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A credit ticket is a type of memo that is often used in bookkeeping and accounting to document some type of credit transaction. The use of the ticket aids in reconciling credit and debit transactions and keeping the accounting records up to date and accurate. Many banks and similar financial institutions utilize credit tickets as a means of tracking deposits to savings and checking accounts.
The combination use of a credit ticket and a debit ticket make the process of tracking the history of a given transaction much easier. When an account holder at a given bank chooses to deposit a check into his or her savings account, the bank documents this event by processing the check as a cash item and credits the amount to the depositor’s account. At the same time, a debit ticket is written as a record of the receipt of that check and the value of the instrument to the balance of the depositor’s account. Depending on the policies of the bank, that amount may not be available for use until the check has been honored by the issuing financial institution. Once confirmation is received that the deposited check is indeed good, the bank then issues a credit ticket and grants the depositor full access to those funds.
Companies sometimes use a credit ticket when crediting payments to customer accounts. As with banks, the accounts receivable of the recipient may issue a debit ticket as a means of acknowledging receipt of the payment, while refraining from actually applying that payment to the balance due until the payment clears the issuing financial institution. Once the payment clears, a credit ticket is used to balance the debit ticket and make it possible to deduct the amount of that payment from the customer’s outstanding balance. In some countries, the debit ticket is issued on what is known as the posting date, implying that the transaction took place when the payment was received in the mail. The credit ticket is issued on what is known as the application date, or the date that the payment is actually applied to the balance of the customer account.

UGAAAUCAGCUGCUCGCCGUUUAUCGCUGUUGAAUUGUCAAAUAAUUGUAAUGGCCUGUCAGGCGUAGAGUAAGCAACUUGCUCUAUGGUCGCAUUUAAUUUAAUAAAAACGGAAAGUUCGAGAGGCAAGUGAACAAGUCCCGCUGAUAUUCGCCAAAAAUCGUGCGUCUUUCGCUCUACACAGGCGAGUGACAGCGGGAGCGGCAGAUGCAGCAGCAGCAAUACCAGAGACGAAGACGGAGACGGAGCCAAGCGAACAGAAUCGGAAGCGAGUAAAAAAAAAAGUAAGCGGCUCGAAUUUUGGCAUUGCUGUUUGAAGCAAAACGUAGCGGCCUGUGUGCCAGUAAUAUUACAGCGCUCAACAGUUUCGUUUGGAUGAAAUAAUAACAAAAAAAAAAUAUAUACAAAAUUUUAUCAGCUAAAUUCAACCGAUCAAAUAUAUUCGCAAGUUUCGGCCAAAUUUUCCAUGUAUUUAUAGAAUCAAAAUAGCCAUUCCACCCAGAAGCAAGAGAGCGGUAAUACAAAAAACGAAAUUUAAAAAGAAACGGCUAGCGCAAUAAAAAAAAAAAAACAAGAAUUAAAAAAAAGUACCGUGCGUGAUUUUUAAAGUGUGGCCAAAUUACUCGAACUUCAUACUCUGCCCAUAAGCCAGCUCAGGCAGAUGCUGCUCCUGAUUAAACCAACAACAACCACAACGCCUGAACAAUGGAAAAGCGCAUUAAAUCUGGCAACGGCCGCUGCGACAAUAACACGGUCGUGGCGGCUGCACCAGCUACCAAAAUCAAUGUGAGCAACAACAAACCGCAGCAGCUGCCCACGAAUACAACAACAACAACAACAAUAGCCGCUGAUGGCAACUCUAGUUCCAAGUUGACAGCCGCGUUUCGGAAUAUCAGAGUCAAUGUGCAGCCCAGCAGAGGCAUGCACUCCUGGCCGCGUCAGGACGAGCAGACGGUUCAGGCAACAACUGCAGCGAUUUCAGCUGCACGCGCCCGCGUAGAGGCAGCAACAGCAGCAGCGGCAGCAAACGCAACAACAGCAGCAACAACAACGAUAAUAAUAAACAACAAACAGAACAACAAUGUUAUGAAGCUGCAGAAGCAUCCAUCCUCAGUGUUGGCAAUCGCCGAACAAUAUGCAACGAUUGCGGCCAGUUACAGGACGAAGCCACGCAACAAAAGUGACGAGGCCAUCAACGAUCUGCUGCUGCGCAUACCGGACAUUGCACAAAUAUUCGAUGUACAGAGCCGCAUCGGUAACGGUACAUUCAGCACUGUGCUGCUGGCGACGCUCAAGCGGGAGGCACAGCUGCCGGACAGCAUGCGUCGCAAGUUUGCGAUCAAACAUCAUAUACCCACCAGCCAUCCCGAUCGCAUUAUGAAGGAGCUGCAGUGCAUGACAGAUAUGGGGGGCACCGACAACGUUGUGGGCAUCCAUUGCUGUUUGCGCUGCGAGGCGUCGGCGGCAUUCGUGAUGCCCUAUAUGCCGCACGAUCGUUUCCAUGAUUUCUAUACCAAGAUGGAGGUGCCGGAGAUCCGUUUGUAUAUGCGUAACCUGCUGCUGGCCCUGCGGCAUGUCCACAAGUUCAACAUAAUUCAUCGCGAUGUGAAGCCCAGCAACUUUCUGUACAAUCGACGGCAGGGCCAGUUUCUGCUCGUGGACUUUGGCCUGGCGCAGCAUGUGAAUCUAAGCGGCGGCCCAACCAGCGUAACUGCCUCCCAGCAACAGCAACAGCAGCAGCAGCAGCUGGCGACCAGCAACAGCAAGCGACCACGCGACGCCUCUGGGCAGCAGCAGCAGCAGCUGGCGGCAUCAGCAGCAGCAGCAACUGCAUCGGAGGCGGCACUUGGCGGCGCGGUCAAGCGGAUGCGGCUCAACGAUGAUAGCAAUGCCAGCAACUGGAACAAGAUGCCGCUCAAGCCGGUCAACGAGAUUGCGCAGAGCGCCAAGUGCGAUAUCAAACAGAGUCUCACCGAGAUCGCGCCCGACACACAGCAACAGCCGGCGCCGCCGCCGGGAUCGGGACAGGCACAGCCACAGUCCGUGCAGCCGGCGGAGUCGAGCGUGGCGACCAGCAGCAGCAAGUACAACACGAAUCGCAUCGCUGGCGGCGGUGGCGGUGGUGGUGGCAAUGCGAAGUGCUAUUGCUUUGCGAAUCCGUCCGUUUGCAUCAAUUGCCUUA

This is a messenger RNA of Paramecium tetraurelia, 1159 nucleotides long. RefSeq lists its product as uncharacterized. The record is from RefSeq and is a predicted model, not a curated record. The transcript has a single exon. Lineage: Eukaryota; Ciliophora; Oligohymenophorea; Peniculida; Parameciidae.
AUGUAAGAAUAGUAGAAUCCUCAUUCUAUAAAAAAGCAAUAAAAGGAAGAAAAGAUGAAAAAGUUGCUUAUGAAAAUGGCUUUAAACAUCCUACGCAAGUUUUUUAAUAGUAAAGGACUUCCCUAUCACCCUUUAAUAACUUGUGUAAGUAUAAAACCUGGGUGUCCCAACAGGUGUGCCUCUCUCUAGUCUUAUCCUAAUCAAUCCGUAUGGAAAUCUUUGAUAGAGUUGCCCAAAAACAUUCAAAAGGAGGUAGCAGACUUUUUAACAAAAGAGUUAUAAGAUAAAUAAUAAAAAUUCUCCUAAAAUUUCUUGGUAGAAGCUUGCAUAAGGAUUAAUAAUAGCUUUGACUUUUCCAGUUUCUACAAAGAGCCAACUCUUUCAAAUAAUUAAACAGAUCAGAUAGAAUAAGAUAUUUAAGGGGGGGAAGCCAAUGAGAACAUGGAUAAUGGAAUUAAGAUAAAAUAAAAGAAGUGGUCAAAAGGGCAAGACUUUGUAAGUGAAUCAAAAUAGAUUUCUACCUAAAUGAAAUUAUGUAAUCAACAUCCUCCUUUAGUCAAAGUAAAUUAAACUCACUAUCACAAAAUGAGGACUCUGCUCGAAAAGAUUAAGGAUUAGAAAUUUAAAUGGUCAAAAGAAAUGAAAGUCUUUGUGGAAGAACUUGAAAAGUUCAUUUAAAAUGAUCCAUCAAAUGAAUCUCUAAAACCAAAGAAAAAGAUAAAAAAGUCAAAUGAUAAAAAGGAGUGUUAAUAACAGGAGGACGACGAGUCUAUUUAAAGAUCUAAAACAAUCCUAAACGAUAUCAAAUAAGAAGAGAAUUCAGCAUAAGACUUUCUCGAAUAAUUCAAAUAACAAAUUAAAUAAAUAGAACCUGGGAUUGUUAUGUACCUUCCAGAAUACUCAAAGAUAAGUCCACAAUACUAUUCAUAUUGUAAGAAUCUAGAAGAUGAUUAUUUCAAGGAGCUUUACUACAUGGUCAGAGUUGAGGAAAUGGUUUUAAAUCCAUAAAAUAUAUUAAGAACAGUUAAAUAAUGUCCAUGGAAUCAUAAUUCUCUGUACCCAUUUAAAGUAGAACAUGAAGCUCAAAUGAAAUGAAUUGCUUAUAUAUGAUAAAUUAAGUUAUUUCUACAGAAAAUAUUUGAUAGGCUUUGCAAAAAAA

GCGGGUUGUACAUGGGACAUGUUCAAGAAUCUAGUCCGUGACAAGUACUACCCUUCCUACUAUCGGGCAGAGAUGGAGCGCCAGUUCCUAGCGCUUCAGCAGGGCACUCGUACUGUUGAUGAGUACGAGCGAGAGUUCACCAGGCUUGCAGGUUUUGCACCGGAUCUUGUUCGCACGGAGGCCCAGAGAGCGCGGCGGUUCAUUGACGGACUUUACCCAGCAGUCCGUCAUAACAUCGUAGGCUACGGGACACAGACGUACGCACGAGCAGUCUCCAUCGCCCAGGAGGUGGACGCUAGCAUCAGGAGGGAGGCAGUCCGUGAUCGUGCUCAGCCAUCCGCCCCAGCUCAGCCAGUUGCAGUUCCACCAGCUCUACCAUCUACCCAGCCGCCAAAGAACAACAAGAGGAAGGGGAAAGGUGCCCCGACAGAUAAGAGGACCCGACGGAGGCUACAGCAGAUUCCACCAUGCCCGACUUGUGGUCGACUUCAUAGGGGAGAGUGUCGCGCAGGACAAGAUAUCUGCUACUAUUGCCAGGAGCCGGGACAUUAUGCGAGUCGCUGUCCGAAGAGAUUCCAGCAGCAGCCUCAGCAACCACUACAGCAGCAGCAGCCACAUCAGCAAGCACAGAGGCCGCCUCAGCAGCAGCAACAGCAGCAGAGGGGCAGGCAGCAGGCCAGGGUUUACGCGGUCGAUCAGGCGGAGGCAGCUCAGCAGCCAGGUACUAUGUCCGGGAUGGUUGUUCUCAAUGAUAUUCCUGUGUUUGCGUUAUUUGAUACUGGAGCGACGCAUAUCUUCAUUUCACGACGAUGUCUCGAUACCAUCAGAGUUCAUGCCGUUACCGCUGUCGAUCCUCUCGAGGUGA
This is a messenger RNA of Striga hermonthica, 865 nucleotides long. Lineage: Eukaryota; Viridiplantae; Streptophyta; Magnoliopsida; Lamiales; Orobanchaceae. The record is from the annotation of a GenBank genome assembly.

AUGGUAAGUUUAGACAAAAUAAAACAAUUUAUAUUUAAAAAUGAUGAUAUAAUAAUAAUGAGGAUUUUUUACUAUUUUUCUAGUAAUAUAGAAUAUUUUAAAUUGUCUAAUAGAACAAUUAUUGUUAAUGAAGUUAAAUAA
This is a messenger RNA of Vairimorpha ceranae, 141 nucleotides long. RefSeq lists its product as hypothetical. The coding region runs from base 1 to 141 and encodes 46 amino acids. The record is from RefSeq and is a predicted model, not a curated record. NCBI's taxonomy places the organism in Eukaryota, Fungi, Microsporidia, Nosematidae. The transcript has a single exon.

The main benefit of the credit ticket is the ability to keep the history of transactions documented within the accounting records. At a glance, it is possible to determine if the originating bank has cleared a payment received, and if that payment has been properly applied to the right customer account. This documentation of the chain of events leading up to the application of the payment makes it much easier to review the series of events that occurred. This is especially helpful should there be any question regarding when a payment was received, how long it took for the payment to clear and when it was finally applied to the account balance.
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